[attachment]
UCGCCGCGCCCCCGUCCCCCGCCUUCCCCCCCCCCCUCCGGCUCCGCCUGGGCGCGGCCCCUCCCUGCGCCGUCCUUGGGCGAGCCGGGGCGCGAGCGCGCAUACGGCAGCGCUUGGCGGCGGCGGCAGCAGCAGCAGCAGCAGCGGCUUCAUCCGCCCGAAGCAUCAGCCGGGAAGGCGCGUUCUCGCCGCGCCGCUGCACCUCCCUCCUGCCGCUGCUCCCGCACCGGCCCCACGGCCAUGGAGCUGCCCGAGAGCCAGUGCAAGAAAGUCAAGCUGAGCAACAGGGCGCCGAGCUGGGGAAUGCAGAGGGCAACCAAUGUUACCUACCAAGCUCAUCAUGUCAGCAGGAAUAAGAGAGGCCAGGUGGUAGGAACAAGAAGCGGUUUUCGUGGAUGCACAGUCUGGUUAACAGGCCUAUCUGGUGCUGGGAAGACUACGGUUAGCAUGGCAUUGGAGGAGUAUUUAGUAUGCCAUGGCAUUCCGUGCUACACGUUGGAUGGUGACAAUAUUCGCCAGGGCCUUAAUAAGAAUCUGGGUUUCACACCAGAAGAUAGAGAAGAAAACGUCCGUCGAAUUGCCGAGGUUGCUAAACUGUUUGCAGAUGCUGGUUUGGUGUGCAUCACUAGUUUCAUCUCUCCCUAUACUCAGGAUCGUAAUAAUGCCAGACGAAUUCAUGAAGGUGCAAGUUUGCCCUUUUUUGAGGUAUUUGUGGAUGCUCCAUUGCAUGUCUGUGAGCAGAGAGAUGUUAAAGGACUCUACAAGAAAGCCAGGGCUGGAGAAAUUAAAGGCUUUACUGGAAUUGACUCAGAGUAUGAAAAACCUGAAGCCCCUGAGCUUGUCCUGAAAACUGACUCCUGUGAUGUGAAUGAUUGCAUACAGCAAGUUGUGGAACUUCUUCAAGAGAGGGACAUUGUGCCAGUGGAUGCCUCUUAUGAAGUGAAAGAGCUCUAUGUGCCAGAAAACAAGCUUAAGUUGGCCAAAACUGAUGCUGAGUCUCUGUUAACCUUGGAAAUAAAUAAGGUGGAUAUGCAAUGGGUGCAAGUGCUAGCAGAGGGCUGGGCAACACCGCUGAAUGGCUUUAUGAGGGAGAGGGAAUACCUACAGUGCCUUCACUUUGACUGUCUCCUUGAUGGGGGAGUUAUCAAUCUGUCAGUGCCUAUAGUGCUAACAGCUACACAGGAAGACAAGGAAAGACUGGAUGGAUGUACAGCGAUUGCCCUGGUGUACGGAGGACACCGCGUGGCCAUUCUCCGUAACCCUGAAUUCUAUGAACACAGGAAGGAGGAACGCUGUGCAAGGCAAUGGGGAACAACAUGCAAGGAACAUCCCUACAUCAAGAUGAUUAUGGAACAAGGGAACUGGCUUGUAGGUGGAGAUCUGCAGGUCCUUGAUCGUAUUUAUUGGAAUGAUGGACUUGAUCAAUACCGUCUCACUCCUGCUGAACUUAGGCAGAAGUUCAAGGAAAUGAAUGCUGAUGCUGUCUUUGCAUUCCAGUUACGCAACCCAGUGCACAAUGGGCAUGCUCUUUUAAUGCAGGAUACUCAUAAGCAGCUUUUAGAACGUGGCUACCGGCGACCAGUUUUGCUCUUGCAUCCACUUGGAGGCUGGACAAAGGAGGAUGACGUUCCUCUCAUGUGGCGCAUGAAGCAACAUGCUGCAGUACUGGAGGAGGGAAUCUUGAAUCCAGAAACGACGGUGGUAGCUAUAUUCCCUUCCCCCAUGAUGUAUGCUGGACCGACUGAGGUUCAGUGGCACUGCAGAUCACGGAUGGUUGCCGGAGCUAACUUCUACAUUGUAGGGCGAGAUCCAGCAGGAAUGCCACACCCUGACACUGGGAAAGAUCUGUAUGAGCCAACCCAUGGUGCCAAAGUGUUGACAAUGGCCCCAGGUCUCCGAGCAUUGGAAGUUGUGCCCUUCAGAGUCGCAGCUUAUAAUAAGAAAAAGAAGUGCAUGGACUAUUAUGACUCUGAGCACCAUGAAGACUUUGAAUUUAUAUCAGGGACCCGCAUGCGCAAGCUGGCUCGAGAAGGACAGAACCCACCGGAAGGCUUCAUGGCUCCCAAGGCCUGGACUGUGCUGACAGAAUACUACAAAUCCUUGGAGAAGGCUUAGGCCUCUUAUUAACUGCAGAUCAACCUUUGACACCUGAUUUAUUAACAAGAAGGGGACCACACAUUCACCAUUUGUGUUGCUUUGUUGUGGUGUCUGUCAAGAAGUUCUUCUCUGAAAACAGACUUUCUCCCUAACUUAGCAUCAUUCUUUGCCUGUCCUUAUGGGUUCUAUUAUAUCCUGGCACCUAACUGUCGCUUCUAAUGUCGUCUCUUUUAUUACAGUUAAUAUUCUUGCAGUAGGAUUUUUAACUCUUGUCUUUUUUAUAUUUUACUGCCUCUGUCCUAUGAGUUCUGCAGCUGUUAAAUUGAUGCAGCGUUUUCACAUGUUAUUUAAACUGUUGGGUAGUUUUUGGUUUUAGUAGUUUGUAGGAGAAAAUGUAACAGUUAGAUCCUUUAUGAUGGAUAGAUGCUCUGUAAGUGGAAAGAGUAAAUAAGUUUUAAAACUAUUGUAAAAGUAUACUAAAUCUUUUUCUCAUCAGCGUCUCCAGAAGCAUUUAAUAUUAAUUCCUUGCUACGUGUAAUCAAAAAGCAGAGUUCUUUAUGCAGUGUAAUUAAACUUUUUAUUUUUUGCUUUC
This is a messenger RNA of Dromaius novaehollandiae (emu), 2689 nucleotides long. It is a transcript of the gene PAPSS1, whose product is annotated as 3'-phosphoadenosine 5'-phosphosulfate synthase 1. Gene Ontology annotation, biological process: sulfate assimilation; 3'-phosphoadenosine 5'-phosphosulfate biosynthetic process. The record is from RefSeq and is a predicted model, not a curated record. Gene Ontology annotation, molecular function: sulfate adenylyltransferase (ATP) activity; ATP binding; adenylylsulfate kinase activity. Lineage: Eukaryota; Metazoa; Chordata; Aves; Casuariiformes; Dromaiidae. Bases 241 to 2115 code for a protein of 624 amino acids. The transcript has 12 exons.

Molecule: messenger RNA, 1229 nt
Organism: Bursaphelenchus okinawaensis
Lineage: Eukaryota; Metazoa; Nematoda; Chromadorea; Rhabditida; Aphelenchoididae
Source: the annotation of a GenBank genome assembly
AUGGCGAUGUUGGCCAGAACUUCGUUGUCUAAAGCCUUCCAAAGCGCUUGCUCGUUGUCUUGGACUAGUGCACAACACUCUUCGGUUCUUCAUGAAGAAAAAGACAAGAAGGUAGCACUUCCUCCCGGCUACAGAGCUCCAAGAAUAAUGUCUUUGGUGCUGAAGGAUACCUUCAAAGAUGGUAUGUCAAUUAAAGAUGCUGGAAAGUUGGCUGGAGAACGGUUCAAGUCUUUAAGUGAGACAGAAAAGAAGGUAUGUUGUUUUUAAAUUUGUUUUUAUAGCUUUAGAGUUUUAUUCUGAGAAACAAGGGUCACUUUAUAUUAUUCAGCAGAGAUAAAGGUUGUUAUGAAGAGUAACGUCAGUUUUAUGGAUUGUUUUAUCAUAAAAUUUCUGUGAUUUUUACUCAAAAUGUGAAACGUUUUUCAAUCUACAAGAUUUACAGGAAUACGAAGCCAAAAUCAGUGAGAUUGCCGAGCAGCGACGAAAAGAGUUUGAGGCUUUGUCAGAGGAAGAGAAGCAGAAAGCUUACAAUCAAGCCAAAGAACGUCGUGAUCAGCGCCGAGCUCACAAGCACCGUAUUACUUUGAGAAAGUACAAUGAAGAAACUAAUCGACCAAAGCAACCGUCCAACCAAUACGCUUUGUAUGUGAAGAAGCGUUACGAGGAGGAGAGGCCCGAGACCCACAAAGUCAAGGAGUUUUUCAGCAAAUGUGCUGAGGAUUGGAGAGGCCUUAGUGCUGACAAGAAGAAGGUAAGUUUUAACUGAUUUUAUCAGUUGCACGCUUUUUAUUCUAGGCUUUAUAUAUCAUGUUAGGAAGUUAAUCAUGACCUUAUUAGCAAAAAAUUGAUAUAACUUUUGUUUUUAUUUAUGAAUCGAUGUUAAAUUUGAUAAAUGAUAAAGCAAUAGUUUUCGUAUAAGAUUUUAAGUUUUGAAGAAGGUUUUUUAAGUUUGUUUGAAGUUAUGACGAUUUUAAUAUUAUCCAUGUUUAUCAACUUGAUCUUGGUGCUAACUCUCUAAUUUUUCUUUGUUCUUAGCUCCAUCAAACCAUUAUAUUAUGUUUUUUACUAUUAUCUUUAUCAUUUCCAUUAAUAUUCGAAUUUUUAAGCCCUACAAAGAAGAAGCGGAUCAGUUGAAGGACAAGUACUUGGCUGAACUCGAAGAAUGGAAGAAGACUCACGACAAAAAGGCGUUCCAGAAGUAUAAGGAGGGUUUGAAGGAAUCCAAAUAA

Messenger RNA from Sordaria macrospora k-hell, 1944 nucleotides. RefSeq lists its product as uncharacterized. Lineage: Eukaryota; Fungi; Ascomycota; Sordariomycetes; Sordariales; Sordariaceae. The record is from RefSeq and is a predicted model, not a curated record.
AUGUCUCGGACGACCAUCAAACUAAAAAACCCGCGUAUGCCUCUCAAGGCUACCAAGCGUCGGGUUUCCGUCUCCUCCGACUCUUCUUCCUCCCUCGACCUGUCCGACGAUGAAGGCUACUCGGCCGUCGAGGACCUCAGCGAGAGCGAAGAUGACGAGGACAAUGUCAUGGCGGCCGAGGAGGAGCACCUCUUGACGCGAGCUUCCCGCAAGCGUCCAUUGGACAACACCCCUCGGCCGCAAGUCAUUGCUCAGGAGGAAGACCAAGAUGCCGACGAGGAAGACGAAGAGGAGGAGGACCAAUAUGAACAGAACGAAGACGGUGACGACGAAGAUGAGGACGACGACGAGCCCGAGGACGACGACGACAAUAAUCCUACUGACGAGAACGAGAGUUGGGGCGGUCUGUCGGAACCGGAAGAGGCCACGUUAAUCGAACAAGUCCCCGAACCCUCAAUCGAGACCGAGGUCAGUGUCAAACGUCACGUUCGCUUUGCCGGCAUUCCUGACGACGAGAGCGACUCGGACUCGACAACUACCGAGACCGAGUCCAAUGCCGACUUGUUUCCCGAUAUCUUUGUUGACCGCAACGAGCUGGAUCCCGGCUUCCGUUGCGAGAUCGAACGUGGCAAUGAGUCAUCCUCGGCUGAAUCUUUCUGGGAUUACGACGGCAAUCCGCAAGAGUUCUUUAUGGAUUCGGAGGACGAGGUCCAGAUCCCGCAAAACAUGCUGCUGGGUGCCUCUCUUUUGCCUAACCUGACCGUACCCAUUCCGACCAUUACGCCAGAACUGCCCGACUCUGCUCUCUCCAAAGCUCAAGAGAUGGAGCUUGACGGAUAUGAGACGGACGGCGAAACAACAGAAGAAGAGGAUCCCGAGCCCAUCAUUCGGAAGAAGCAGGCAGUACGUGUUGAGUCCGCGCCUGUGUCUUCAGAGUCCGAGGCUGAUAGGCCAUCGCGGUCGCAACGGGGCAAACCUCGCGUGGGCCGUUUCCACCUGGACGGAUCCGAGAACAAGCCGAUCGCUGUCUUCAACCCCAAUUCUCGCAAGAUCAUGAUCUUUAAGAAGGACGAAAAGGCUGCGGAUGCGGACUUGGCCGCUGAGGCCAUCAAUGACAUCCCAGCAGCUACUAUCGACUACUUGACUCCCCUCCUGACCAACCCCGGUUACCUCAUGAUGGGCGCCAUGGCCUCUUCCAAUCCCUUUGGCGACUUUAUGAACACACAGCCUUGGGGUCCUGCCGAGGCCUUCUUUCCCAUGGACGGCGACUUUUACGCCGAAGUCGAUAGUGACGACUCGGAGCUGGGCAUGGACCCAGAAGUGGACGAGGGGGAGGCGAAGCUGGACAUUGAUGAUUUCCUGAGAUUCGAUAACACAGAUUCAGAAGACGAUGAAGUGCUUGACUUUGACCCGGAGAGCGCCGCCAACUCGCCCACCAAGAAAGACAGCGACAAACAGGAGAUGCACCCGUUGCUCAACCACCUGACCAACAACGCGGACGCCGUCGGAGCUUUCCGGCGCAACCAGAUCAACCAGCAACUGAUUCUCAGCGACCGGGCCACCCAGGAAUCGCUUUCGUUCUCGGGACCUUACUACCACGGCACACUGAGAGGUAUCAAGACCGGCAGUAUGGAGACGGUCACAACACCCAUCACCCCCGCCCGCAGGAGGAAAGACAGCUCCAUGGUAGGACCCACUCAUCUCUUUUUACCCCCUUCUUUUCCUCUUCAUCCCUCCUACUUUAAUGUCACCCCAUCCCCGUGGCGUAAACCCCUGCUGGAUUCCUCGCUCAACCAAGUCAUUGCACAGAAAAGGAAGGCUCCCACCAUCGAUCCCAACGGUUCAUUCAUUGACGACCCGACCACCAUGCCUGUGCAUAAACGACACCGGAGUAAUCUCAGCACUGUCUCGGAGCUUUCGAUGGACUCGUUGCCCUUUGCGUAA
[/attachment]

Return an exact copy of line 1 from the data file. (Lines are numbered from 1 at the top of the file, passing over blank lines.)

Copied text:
UCGCCGCGCCCCCGUCCCCCGCCUUCCCCCCCCCCCUCCGGCUCCGCCUGGGCGCGGCCCCUCCCUGCGCCGUCCUUGGGCGAGCCGGGGCGCGAGCGCGCAUACGGCAGCGCUUGGCGGCGGCGGCAGCAGCAGCAGCAGCAGCGGCUUCAUCCGCCCGAAGCAUCAGCCGGGAAGGCGCGUUCUCGCCGCGCCGCUGCACCUCCCUCCUGCCGCUGCUCCCGCACCGGCCCCACGGCCAUGGAGCUGCCCGAGAGCCAGUGCAAGAAAGUCAAGCUGAGCAACAGGGCGCCGAGCUGGGGAAUGCAGAGGGCAACCAAUGUUACCUACCAAGCUCAUCAUGUCAGCAGGAAUAAGAGAGGCCAGGUGGUAGGAACAAGAAGCGGUUUUCGUGGAUGCACAGUCUGGUUAACAGGCCUAUCUGGUGCUGGGAAGACUACGGUUAGCAUGGCAUUGGAGGAGUAUUUAGUAUGCCAUGGCAUUCCGUGCUACACGUUGGAUGGUGACAAUAUUCGCCAGGGCCUUAAUAAGAAUCUGGGUUUCACACCAGAAGAUAGAGAAGAAAACGUCCGUCGAAUUGCCGAGGUUGCUAAACUGUUUGCAGAUGCUGGUUUGGUGUGCAUCACUAGUUUCAUCUCUCCCUAUACUCAGGAUCGUAAUAAUGCCAGACGAAUUCAUGAAGGUGCAAGUUUGCCCUUUUUUGAGGUAUUUGUGGAUGCUCCAUUGCAUGUCUGUGAGCAGAGAGAUGUUAAAGGACUCUACAAGAAAGCCAGGGCUGGAGAAAUUAAAGGCUUUACUGGAAUUGACUCAGAGUAUGAAAAACCUGAAGCCCCUGAGCUUGUCCUGAAAACUGACUCCUGUGAUGUGAAUGAUUGCAUACAGCAAGUUGUGGAACUUCUUCAAGAGAGGGACAUUGUGCCAGUGGAUGCCUCUUAUGAAGUGAAAGAGCUCUAUGUGCCAGAAAACAAGCUUAAGUUGGCCAAAACUGAUGCUGAGUCUCUGUUAACCUUGGAAAUAAAUAAGGUGGAUAUGCAAUGGGUGCAAGUGCUAGCAGAGGGCUGGGCAACACCGCUGAAUGGCUUUAUGAGGGAGAGGGAAUACCUACAGUGCCUUCACUUUGACUGUCUCCUUGAUGGGGGAGUUAUCAAUCUGUCAGUGCCUAUAGUGCUAACAGCUACACAGGAAGACAAGGAAAGACUGGAUGGAUGUACAGCGAUUGCCCUGGUGUACGGAGGACACCGCGUGGCCAUUCUCCGUAACCCUGAAUUCUAUGAACACAGGAAGGAGGAACGCUGUGCAAGGCAAUGGGGAACAACAUGCAAGGAACAUCCCUACAUCAAGAUGAUUAUGGAACAAGGGAACUGGCUUGUAGGUGGAGAUCUGCAGGUCCUUGAUCGUAUUUAUUGGAAUGAUGGACUUGAUCAAUACCGUCUCACUCCUGCUGAACUUAGGCAGAAGUUCAAGGAAAUGAAUGCUGAUGCUGUCUUUGCAUUCCAGUUACGCAACCCAGUGCACAAUGGGCAUGCUCUUUUAAUGCAGGAUACUCAUAAGCAGCUUUUAGAACGUGGCUACCGGCGACCAGUUUUGCUCUUGCAUCCACUUGGAGGCUGGACAAAGGAGGAUGACGUUCCUCUCAUGUGGCGCAUGAAGCAACAUGCUGCAGUACUGGAGGAGGGAAUCUUGAAUCCAGAAACGACGGUGGUAGCUAUAUUCCCUUCCCCCAUGAUGUAUGCUGGACCGACUGAGGUUCAGUGGCACUGCAGAUCACGGAUGGUUGCCGGAGCUAACUUCUACAUUGUAGGGCGAGAUCCAGCAGGAAUGCCACACCCUGACACUGGGAAAGAUCUGUAUGAGCCAACCCAUGGUGCCAAAGUGUUGACAAUGGCCCCAGGUCUCCGAGCAUUGGAAGUUGUGCCCUUCAGAGUCGCAGCUUAUAAUAAGAAAAAGAAGUGCAUGGACUAUUAUGACUCUGAGCACCAUGAAGACUUUGAAUUUAUAUCAGGGACCCGCAUGCGCAAGCUGGCUCGAGAAGGACAGAACCCACCGGAAGGCUUCAUGGCUCCCAAGGCCUGGACUGUGCUGACAGAAUACUACAAAUCCUUGGAGAAGGCUUAGGCCUCUUAUUAACUGCAGAUCAACCUUUGACACCUGAUUUAUUAACAAGAAGGGGACCACACAUUCACCAUUUGUGUUGCUUUGUUGUGGUGUCUGUCAAGAAGUUCUUCUCUGAAAACAGACUUUCUCCCUAACUUAGCAUCAUUCUUUGCCUGUCCUUAUGGGUUCUAUUAUAUCCUGGCACCUAACUGUCGCUUCUAAUGUCGUCUCUUUUAUUACAGUUAAUAUUCUUGCAGUAGGAUUUUUAACUCUUGUCUUUUUUAUAUUUUACUGCCUCUGUCCUAUGAGUUCUGCAGCUGUUAAAUUGAUGCAGCGUUUUCACAUGUUAUUUAAACUGUUGGGUAGUUUUUGGUUUUAGUAGUUUGUAGGAGAAAAUGUAACAGUUAGAUCCUUUAUGAUGGAUAGAUGCUCUGUAAGUGGAAAGAGUAAAUAAGUUUUAAAACUAUUGUAAAAGUAUACUAAAUCUUUUUCUCAUCAGCGUCUCCAGAAGCAUUUAAUAUUAAUUCCUUGCUACGUGUAAUCAAAAAGCAGAGUUCUUUAUGCAGUGUAAUUAAACUUUUUAUUUUUUGCUUUC